Aristotles views speak to this, noting the importance of going beyond the law. He is one philosopher that states a personal justice system of unselfishness. Though his theory could not be called selflessness, since he does present that justice should involve a person taking his or her share, it is true that Aristotle believes a person needs to leave greed at the door (Burnett, p. 8). According to Stanford, Aristotles views on justice can be summarized with, What we need, in order to live well, is a proper appreciation of the way in which such goods as friendship, pleasure, virtue, honor and wealth fit together as a whole (Stanford). He believed that everything acts in relationship with something else, so any person who wants to act justly must understand these interactions at the core. This makes plenty of sense, though it does shift the personal directive that Plato and Socrates were so found of. Instead, this puts a bit more responsibility on individuals to make the right decisions, adding an additional dynamic that people had to adhere to in order to find the success that they sought. The one problem with this is that it can be difficult to define just how much is right for a persons personal share, which leaves the line between sustenance and greed somewhat murky. With that said, the consideration of others for the satisfaction of justice is an idea that can be supported, given that justice is a societal idea at its core. Individuals do not live alone on the earth, so any actions that they carry out must be understood in the context of what is going on around them. If justice is defined as something that is done for the good of society, then it has to also be something defined as being good for individuals within society. This is where Aristotle succeeds in adding something to the philosophical knowledge base that Plato and Socrates did not provide.

The basic notion of Platos ideas on justice is something that I can agree with. Whether a person acts justly or not should be dependent upon that persons motives, not the result of the act. Too many things can impact how an act is received and perceived, and many of these things are outside of a persons control. With that in mind, I agree that motives should power whether or not an act is just. Additionally, I agree with the premise that emotional urges must be suppressed in order for a person to act justly. Justice is based upon rationality, and emotions often get in the way of that rationality. People tend to make good decisions when they are thinking clearly and when they process information to the fullest. The problem with emotional thinking is that it strips a person of his or her ability to think clearly and process all of the information. Additionally, emotions can cause a person to act selfishly, not taking into account the needs or goals of society. This can bring about unjust actions, or at the very least, it can bring about actions that do not provide a complete representation of justice.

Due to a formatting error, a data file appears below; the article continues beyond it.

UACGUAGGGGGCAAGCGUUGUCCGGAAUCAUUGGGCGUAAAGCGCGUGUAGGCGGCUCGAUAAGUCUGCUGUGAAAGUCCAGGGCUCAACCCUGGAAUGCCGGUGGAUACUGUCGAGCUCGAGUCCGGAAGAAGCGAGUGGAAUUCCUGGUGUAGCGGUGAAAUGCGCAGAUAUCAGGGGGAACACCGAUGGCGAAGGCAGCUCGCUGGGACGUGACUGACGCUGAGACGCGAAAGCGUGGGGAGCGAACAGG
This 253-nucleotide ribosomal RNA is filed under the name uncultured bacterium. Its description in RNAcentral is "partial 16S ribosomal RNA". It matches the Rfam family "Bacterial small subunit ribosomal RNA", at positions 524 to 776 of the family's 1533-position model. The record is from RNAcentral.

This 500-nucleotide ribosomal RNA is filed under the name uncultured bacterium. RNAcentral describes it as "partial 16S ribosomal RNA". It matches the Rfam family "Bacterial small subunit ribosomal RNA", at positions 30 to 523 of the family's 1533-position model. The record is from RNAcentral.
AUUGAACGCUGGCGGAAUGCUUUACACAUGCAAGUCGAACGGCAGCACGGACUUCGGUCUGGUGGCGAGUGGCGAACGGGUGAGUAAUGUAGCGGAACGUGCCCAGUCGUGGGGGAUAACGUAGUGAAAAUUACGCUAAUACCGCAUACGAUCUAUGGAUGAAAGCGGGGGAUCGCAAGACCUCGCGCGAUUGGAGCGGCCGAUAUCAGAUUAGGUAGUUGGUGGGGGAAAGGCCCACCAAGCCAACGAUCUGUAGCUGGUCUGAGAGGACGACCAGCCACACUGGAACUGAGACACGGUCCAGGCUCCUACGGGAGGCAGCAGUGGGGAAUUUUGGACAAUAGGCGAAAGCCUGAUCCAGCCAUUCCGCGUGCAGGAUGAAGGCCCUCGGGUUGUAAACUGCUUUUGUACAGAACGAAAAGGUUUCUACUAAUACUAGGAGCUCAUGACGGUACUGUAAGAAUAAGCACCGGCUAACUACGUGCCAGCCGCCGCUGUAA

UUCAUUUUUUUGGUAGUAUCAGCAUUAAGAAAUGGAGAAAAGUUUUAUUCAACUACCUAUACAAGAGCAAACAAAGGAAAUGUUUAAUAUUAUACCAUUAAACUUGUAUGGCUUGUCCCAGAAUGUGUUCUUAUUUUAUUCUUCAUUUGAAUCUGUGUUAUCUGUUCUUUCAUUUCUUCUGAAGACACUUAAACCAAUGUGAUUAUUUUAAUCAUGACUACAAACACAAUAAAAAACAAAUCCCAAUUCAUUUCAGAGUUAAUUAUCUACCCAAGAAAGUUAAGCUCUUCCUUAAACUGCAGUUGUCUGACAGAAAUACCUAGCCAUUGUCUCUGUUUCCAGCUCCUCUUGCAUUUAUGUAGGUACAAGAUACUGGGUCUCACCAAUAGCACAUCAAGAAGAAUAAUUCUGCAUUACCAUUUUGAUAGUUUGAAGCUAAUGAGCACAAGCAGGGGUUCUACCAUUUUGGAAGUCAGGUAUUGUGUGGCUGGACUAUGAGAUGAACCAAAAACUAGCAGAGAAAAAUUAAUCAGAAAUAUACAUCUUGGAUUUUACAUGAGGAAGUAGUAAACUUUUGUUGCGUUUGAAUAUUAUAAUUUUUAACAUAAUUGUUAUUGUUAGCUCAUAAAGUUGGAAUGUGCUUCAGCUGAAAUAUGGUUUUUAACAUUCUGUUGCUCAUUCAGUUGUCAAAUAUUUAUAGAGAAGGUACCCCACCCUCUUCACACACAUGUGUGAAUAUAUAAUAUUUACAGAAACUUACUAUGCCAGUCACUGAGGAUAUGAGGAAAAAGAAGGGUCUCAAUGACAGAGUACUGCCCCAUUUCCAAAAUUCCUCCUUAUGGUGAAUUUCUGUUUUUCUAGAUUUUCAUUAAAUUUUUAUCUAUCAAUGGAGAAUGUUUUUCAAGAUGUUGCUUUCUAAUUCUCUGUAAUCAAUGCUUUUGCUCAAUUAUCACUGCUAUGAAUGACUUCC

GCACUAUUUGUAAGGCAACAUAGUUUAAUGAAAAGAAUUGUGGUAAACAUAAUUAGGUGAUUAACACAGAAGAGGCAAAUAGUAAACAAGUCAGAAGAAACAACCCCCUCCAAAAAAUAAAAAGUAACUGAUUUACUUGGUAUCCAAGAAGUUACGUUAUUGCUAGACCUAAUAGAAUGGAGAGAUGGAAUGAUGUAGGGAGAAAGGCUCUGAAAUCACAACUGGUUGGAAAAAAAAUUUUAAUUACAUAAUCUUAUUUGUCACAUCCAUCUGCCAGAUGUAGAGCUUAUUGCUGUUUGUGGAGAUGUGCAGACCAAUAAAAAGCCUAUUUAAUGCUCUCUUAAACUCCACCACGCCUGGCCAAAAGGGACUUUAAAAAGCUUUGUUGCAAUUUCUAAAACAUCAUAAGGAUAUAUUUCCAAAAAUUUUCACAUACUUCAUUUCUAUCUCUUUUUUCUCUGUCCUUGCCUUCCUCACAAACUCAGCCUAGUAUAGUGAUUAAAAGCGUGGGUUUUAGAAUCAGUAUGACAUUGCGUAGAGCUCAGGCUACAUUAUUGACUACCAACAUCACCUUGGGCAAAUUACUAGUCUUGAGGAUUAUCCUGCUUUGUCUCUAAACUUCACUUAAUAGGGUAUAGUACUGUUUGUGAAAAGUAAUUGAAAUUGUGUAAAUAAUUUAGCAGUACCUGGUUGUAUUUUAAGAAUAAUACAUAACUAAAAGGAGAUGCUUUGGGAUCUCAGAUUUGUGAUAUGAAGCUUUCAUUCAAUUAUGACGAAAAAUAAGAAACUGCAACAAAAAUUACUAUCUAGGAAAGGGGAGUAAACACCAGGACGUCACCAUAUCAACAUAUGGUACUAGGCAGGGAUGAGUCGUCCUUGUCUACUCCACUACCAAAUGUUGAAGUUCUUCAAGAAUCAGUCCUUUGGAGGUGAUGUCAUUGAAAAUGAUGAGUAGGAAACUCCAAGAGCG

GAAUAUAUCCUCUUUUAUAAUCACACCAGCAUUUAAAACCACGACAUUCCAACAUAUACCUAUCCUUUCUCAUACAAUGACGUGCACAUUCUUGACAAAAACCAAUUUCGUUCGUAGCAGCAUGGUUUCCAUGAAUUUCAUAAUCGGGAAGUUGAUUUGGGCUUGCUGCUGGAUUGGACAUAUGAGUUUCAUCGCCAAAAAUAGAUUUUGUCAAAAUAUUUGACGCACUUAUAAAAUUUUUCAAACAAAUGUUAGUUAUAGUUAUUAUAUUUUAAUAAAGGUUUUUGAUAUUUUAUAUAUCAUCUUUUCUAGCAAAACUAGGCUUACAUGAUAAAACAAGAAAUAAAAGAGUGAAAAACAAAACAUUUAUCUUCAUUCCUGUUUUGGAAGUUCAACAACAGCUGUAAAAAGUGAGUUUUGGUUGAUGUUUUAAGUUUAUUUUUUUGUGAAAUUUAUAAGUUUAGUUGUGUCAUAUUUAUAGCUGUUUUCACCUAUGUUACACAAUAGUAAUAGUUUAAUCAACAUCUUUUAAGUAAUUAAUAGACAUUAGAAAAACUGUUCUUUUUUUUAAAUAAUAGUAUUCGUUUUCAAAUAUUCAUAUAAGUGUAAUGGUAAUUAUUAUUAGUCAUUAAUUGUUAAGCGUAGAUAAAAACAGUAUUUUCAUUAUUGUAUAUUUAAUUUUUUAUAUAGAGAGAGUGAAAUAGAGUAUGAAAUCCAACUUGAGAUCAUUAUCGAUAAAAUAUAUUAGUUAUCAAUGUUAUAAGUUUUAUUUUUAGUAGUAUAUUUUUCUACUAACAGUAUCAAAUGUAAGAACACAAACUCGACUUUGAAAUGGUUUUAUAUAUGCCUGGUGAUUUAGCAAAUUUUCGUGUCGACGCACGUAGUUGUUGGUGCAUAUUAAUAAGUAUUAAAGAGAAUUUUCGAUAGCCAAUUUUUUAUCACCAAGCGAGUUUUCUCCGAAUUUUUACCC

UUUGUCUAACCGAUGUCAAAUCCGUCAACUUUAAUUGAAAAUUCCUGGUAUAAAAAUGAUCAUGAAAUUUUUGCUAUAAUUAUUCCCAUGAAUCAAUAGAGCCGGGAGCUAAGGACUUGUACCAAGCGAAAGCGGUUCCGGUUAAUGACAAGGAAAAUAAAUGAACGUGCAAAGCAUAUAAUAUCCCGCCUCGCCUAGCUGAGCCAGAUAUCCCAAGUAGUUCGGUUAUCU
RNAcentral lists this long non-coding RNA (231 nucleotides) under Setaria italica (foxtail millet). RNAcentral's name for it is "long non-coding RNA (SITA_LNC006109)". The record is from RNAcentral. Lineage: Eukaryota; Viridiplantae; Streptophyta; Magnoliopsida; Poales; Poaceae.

I tend to agree with Aristotle on a very important point. That is that we do not live on earth alone, so all of our actions must be considered in a societal context. Because interactions power the world, they must be considered if one is going to consider what is a just act and what is not. Justice is all about how a person impacts the environment around them. How a person deals with the changing dynamic of relationships and everything else that goes along with maintaining a place in society. This speaks to Socrates assertion that justice involves an element of helping society to be a better place. I agree that a just act is one that has societys best interests in mind, but I tend to think that it all comes down to motive in the end. An act is just if a person has these interests in mind when making the initial choices. How an act is eventually represented within a societal context should have no bearing on that acts standing as just or unjust.

These three philosophers take the idea of justice to varying degrees, each providing their own interesting takes on the societal and personal dynamics associated with just acts. One thing that each does is present justice as something that is highly personal, removing the typical conventions of how society judges an act. By simplifying things and breaking them down into terms that are easy to understand, they provide an explanation of justice that is applicable for human beings even today. Motives and meanings are the most important things, trumping results and consequences. Since those last items are defined by society, the philosophers primarily reject what they have to offer in terms of transactional analysis. These are ideas that are easy to agree with, and they offer something of a lasting take on how individuals should act in order to move society forward to much higher levels.